Tips to Help Ensure Your Kids Are Safe in Their Childcare Setting

This was a tough post to write but we thought it was important to share in hopes to help other families. We were at our daycare for a year and a half and loved it. We had so much trust in them and got very comfortable, every day was the same routine of drop off and pick up. But then our world got turned upside down. After looking back at signs, talking with licensing, Child Protective Services, etc.

We wanted to share some tips to help ensure your kids are safe in their childcare setting:

Injury Reports. Make sure every injury is documented on a written injury report and shown to you at the end of the day. If the explanation doesn’t make sense or doesn’t add up ask questions. Kids are wild and crazy but don’t just blow off the injury, make sure you get the full story. You can ask them to show you were and how it happened. 

Request Pictures. Don’t just wait for the super cute pictures daycare sends or posts on social media. Randomly request pictures in a specific setting. It can be a casual text “Hope everyone’s having a good day. Can you send me a picture of “child’s name” eating lunch today?” Or “taking a nap today”. When you get this picture take a good look. If it’s at lunch are they eating what the menu says it is for the day? If there’s no menu does the meal look to be enough? Variety? If it’s at nap, even if your child isn’t sleeping, look closely do they look comfortable? Content? Relaxed?

Unannounced Drop-ins. This is really important to do right now since city and state licensing are doing virtual inspections because of COVID (which is just nuts and not safe for the kids). Pick a day that you’ll leave work during the day, don’t tell daycare and just show up. It’s best to plan to take your kid home that day as it’s hard to come and go. But look around, does the area look clean? Kids are engaged? Teacher is supervising? How’s the temperature of the room? Notice to see if the kids seem to be approaching the teacher not just the teacher approaching the kids.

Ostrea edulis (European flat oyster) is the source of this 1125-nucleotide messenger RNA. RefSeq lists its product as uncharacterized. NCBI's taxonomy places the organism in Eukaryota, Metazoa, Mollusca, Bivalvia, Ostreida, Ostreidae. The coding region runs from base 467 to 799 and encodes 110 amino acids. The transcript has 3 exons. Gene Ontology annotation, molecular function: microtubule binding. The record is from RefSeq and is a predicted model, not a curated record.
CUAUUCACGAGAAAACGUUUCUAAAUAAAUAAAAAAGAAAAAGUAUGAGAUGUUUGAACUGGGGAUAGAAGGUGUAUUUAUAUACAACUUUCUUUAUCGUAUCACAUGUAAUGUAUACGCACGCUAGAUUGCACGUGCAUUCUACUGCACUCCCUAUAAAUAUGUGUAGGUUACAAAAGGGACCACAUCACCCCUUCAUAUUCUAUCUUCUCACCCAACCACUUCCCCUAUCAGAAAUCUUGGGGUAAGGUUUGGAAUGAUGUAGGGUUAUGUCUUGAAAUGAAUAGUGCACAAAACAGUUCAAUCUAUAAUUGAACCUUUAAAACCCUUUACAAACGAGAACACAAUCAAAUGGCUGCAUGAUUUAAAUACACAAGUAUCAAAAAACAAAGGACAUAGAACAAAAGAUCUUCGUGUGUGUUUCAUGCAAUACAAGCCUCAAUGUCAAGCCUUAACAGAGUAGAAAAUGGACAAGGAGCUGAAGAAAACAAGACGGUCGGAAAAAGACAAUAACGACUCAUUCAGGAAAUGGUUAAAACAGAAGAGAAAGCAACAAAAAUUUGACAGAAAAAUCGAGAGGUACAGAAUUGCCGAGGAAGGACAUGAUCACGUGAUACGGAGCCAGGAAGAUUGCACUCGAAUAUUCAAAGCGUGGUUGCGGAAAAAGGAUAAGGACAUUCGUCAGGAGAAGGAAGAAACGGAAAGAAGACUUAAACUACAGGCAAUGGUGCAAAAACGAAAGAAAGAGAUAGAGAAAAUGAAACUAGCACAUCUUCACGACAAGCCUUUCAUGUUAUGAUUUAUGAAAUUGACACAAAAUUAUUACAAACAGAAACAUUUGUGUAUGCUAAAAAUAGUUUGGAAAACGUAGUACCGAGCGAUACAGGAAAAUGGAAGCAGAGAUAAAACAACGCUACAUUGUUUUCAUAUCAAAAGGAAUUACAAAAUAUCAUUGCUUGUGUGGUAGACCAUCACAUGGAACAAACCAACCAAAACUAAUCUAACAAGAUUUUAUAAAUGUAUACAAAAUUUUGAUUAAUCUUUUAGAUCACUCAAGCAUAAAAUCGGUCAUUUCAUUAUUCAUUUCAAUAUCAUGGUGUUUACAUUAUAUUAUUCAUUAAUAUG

Unusual or Silly Habits. Kids can do the silliest things and can pick up some unusual habits. If you notice an unusual bathroom habit or perhaps fear of the potty. Ask your kids questions specific to when they are at daycare. And also ask their teacher what does bathroom/potty time look like? Or let’s say your kids puts his hands in his water glass to wash them. Ask their teacher about how they wash hands before meals. Ask your kids if they wash their hands in the sink before meals or to clean them when they’re dirty. If anything appears to be a red flag investigate more. It could be nothing or it could end up being a serious issue. 

Ask Specific Questions. At the end of the day when you pick your kid up don’t just ask “Did you have a good day?”. Try something more specific “What did you do that was fun today?” “Did anything make you sad today?” “How about scared?”. It’s important to ask these questions even when they are young, they will find away to communicate with you.

I don’t want to make you doubt your child care or second guess having your kids in daycare, because I’m all for it. Things like this don’t happen all the time but they can happen and we never thought it would happen to us. These are somethings you can actively be doing to help make sure your kids are in a safe environment when they aren’t home. 


I’m Renee Platto, mom of two boys ages 2 and 7 months. I love everything about being a mom including those moments of hiding in the back of the pantry to finishing eating my piece of Dove chocolate. I have a wonderful husband who loves playing crazy with the boys. I also try to find a good work life balance as I have a full time position as a Digital Marketing Manager. 

 

Madison Moms Blog is written by and for moms who live in the Madison Area. We strive to connect local moms by sharing personal experiences, fun ideas and useful information as well as promoting local businesses. Our community begins online, but doesn't stop there! We offer Mom's Night Out events, play groups and other opportunities to connect offline, with and without kids.

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